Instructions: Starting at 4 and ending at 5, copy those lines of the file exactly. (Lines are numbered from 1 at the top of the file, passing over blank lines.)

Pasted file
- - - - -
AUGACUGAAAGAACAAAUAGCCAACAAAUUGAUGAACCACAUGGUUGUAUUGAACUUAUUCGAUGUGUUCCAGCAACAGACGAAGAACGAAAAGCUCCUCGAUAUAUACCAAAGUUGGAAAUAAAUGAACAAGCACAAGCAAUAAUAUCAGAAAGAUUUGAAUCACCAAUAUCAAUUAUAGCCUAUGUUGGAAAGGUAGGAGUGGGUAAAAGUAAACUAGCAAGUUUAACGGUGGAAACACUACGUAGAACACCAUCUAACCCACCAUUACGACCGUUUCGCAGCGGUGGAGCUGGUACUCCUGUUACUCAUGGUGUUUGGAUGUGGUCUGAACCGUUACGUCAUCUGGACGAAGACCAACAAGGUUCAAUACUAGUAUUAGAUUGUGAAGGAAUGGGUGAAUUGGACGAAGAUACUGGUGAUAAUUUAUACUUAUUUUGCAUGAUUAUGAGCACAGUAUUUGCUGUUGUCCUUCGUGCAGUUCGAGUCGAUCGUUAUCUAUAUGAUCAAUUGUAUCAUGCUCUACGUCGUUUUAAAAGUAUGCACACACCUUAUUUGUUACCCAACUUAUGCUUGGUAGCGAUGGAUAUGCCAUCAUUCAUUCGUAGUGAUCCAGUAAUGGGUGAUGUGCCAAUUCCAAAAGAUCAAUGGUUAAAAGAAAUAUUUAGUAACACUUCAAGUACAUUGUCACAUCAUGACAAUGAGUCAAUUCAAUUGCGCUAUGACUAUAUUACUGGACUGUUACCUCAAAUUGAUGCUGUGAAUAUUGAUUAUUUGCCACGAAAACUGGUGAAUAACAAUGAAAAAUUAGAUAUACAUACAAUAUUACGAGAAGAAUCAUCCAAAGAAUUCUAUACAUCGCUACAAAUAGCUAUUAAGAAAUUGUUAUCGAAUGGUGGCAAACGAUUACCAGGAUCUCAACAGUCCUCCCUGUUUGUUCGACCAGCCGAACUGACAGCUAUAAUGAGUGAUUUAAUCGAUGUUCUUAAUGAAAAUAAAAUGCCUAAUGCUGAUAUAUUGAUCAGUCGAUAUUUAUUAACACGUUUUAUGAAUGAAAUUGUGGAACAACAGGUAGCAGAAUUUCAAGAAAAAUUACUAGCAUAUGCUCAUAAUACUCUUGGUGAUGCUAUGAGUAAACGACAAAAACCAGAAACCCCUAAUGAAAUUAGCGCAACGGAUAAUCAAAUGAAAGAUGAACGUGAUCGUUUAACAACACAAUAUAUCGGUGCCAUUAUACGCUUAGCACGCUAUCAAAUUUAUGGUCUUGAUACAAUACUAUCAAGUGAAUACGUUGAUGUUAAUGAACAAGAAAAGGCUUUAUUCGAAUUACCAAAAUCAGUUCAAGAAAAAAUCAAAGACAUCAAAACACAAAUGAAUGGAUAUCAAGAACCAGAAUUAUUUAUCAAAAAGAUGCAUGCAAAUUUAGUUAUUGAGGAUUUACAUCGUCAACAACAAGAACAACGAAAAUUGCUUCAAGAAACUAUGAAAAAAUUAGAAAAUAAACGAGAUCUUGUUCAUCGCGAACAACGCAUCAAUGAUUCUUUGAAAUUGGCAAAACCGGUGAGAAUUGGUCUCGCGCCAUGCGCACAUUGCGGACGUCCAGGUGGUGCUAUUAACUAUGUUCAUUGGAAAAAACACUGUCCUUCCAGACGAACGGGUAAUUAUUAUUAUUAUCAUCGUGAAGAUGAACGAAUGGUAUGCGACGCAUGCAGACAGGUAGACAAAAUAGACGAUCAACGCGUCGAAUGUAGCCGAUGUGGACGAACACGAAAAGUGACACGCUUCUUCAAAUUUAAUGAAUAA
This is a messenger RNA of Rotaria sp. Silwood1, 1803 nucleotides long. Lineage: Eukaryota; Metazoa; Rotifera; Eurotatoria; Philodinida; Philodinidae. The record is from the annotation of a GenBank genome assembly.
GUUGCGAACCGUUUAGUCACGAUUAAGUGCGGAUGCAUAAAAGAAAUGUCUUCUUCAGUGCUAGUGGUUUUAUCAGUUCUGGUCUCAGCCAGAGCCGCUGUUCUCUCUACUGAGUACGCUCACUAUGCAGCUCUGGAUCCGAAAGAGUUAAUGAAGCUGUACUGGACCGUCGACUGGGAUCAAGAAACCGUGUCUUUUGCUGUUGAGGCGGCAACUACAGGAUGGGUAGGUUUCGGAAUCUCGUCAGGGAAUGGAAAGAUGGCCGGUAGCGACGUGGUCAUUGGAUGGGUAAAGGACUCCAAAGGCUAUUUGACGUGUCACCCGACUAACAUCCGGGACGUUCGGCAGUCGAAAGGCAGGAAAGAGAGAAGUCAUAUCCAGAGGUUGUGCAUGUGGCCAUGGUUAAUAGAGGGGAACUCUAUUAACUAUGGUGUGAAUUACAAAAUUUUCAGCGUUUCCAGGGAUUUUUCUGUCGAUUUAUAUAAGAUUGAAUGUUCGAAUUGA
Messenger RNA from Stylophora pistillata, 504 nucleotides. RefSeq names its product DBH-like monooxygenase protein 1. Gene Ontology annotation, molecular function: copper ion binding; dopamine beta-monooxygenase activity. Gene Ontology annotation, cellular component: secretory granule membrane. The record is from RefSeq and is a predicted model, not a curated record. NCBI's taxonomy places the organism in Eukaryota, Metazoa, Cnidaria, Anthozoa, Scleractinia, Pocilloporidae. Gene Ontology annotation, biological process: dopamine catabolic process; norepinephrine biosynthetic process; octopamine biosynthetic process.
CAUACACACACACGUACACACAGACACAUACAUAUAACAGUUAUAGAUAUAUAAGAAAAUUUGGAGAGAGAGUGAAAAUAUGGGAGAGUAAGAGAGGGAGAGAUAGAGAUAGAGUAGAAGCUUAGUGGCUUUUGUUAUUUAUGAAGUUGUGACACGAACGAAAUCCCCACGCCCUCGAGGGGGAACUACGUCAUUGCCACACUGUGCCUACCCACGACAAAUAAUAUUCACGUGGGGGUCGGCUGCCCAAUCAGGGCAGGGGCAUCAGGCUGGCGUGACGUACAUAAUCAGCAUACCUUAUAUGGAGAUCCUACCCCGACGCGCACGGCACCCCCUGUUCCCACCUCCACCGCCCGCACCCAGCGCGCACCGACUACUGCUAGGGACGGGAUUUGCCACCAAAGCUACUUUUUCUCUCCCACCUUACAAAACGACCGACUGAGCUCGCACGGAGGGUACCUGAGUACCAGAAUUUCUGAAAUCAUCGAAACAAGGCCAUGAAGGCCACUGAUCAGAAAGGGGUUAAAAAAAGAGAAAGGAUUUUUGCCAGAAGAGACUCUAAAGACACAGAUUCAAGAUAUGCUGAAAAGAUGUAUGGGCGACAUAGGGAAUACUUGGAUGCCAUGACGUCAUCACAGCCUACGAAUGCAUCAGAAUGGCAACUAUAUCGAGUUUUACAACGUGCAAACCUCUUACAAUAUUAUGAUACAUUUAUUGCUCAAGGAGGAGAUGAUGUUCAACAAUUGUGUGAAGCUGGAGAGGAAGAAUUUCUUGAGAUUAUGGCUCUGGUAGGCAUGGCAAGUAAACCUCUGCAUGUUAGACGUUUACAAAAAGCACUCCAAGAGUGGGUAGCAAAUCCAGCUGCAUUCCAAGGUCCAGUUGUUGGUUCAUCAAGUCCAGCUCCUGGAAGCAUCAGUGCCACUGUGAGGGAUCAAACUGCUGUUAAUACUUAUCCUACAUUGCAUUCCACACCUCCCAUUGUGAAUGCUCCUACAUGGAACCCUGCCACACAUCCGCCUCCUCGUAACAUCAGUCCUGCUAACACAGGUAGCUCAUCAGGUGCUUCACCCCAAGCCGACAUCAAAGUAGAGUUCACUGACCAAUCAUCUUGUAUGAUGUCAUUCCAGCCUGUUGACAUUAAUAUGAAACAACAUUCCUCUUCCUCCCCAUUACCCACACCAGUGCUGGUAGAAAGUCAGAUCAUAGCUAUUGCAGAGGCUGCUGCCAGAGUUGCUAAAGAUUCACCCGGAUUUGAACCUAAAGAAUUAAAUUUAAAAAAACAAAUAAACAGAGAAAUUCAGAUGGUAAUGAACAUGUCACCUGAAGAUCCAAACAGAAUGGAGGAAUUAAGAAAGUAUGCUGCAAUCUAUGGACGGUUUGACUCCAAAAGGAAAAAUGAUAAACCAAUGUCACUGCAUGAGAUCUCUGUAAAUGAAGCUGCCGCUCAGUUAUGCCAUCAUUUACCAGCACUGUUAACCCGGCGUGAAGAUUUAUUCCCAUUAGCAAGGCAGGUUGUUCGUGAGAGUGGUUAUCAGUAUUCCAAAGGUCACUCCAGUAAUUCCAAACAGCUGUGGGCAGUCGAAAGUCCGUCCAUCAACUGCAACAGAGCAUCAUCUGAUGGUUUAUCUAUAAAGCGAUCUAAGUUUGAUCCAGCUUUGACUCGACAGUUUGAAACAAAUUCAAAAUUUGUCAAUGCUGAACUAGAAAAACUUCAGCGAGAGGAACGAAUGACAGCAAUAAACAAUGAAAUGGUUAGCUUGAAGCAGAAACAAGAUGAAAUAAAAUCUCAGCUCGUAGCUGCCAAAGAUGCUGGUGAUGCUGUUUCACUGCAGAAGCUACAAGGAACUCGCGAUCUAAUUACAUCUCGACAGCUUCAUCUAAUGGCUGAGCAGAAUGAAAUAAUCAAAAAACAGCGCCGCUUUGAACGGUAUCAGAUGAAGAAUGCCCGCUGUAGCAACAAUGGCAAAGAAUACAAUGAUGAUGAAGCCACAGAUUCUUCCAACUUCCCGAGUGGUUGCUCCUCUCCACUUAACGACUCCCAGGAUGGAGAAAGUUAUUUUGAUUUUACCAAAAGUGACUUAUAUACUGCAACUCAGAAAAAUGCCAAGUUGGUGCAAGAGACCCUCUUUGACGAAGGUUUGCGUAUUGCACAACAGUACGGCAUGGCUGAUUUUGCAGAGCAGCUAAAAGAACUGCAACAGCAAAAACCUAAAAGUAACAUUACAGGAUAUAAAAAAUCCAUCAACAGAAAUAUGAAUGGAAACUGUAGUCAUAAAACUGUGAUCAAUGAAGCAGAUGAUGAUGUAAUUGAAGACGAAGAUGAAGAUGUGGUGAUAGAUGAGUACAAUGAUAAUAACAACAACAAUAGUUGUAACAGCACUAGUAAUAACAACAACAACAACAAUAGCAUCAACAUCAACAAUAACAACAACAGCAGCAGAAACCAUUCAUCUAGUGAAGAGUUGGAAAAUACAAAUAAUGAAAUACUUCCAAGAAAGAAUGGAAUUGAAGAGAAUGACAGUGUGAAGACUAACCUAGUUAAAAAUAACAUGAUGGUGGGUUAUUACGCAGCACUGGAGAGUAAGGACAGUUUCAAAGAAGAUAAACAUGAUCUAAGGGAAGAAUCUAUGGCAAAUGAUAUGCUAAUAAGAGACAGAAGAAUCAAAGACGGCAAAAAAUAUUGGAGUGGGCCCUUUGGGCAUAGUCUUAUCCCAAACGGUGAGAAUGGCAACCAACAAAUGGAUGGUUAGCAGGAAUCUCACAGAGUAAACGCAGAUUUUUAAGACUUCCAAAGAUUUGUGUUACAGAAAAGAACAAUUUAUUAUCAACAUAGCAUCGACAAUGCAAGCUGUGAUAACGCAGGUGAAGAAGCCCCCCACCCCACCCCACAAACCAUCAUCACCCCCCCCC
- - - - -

Messenger RNA from Stylophora pistillata, 504 nucleotides. RefSeq names its product DBH-like monooxygenase protein 1. Gene Ontology annotation, molecular function: copper ion binding; dopamine beta-monooxygenase activity. Gene Ontology annotation, cellular component: secretory granule membrane. The record is from RefSeq and is a predicted model, not a curated record. NCBI's taxonomy places the organism in Eukaryota, Metazoa, Cnidaria, Anthozoa, Scleractinia, Pocilloporidae. Gene Ontology annotation, biological process: dopamine catabolic process; norepinephrine biosynthetic process; octopamine biosynthetic process.
CAUACACACACACGUACACACAGACACAUACAUAUAACAGUUAUAGAUAUAUAAGAAAAUUUGGAGAGAGAGUGAAAAUAUGGGAGAGUAAGAGAGGGAGAGAUAGAGAUAGAGUAGAAGCUUAGUGGCUUUUGUUAUUUAUGAAGUUGUGACACGAACGAAAUCCCCACGCCCUCGAGGGGGAACUACGUCAUUGCCACACUGUGCCUACCCACGACAAAUAAUAUUCACGUGGGGGUCGGCUGCCCAAUCAGGGCAGGGGCAUCAGGCUGGCGUGACGUACAUAAUCAGCAUACCUUAUAUGGAGAUCCUACCCCGACGCGCACGGCACCCCCUGUUCCCACCUCCACCGCCCGCACCCAGCGCGCACCGACUACUGCUAGGGACGGGAUUUGCCACCAAAGCUACUUUUUCUCUCCCACCUUACAAAACGACCGACUGAGCUCGCACGGAGGGUACCUGAGUACCAGAAUUUCUGAAAUCAUCGAAACAAGGCCAUGAAGGCCACUGAUCAGAAAGGGGUUAAAAAAAGAGAAAGGAUUUUUGCCAGAAGAGACUCUAAAGACACAGAUUCAAGAUAUGCUGAAAAGAUGUAUGGGCGACAUAGGGAAUACUUGGAUGCCAUGACGUCAUCACAGCCUACGAAUGCAUCAGAAUGGCAACUAUAUCGAGUUUUACAACGUGCAAACCUCUUACAAUAUUAUGAUACAUUUAUUGCUCAAGGAGGAGAUGAUGUUCAACAAUUGUGUGAAGCUGGAGAGGAAGAAUUUCUUGAGAUUAUGGCUCUGGUAGGCAUGGCAAGUAAACCUCUGCAUGUUAGACGUUUACAAAAAGCACUCCAAGAGUGGGUAGCAAAUCCAGCUGCAUUCCAAGGUCCAGUUGUUGGUUCAUCAAGUCCAGCUCCUGGAAGCAUCAGUGCCACUGUGAGGGAUCAAACUGCUGUUAAUACUUAUCCUACAUUGCAUUCCACACCUCCCAUUGUGAAUGCUCCUACAUGGAACCCUGCCACACAUCCGCCUCCUCGUAACAUCAGUCCUGCUAACACAGGUAGCUCAUCAGGUGCUUCACCCCAAGCCGACAUCAAAGUAGAGUUCACUGACCAAUCAUCUUGUAUGAUGUCAUUCCAGCCUGUUGACAUUAAUAUGAAACAACAUUCCUCUUCCUCCCCAUUACCCACACCAGUGCUGGUAGAAAGUCAGAUCAUAGCUAUUGCAGAGGCUGCUGCCAGAGUUGCUAAAGAUUCACCCGGAUUUGAACCUAAAGAAUUAAAUUUAAAAAAACAAAUAAACAGAGAAAUUCAGAUGGUAAUGAACAUGUCACCUGAAGAUCCAAACAGAAUGGAGGAAUUAAGAAAGUAUGCUGCAAUCUAUGGACGGUUUGACUCCAAAAGGAAAAAUGAUAAACCAAUGUCACUGCAUGAGAUCUCUGUAAAUGAAGCUGCCGCUCAGUUAUGCCAUCAUUUACCAGCACUGUUAACCCGGCGUGAAGAUUUAUUCCCAUUAGCAAGGCAGGUUGUUCGUGAGAGUGGUUAUCAGUAUUCCAAAGGUCACUCCAGUAAUUCCAAACAGCUGUGGGCAGUCGAAAGUCCGUCCAUCAACUGCAACAGAGCAUCAUCUGAUGGUUUAUCUAUAAAGCGAUCUAAGUUUGAUCCAGCUUUGACUCGACAGUUUGAAACAAAUUCAAAAUUUGUCAAUGCUGAACUAGAAAAACUUCAGCGAGAGGAACGAAUGACAGCAAUAAACAAUGAAAUGGUUAGCUUGAAGCAGAAACAAGAUGAAAUAAAAUCUCAGCUCGUAGCUGCCAAAGAUGCUGGUGAUGCUGUUUCACUGCAGAAGCUACAAGGAACUCGCGAUCUAAUUACAUCUCGACAGCUUCAUCUAAUGGCUGAGCAGAAUGAAAUAAUCAAAAAACAGCGCCGCUUUGAACGGUAUCAGAUGAAGAAUGCCCGCUGUAGCAACAAUGGCAAAGAAUACAAUGAUGAUGAAGCCACAGAUUCUUCCAACUUCCCGAGUGGUUGCUCCUCUCCACUUAACGACUCCCAGGAUGGAGAAAGUUAUUUUGAUUUUACCAAAAGUGACUUAUAUACUGCAACUCAGAAAAAUGCCAAGUUGGUGCAAGAGACCCUCUUUGACGAAGGUUUGCGUAUUGCACAACAGUACGGCAUGGCUGAUUUUGCAGAGCAGCUAAAAGAACUGCAACAGCAAAAACCUAAAAGUAACAUUACAGGAUAUAAAAAAUCCAUCAACAGAAAUAUGAAUGGAAACUGUAGUCAUAAAACUGUGAUCAAUGAAGCAGAUGAUGAUGUAAUUGAAGACGAAGAUGAAGAUGUGGUGAUAGAUGAGUACAAUGAUAAUAACAACAACAAUAGUUGUAACAGCACUAGUAAUAACAACAACAACAACAAUAGCAUCAACAUCAACAAUAACAACAACAGCAGCAGAAACCAUUCAUCUAGUGAAGAGUUGGAAAAUACAAAUAAUGAAAUACUUCCAAGAAAGAAUGGAAUUGAAGAGAAUGACAGUGUGAAGACUAACCUAGUUAAAAAUAACAUGAUGGUGGGUUAUUACGCAGCACUGGAGAGUAAGGACAGUUUCAAAGAAGAUAAACAUGAUCUAAGGGAAGAAUCUAUGGCAAAUGAUAUGCUAAUAAGAGACAGAAGAAUCAAAGACGGCAAAAAAUAUUGGAGUGGGCCCUUUGGGCAUAGUCUUAUCCCAAACGGUGAGAAUGGCAACCAACAAAUGGAUGGUUAGCAGGAAUCUCACAGAGUAAACGCAGAUUUUUAAGACUUCCAAAGAUUUGUGUUACAGAAAAGAACAAUUUAUUAUCAACAUAGCAUCGACAAUGCAAGCUGUGAUAACGCAGGUGAAGAAGCCCCCCACCCCACCCCACAAACCAUCAUCACCCCCCCCC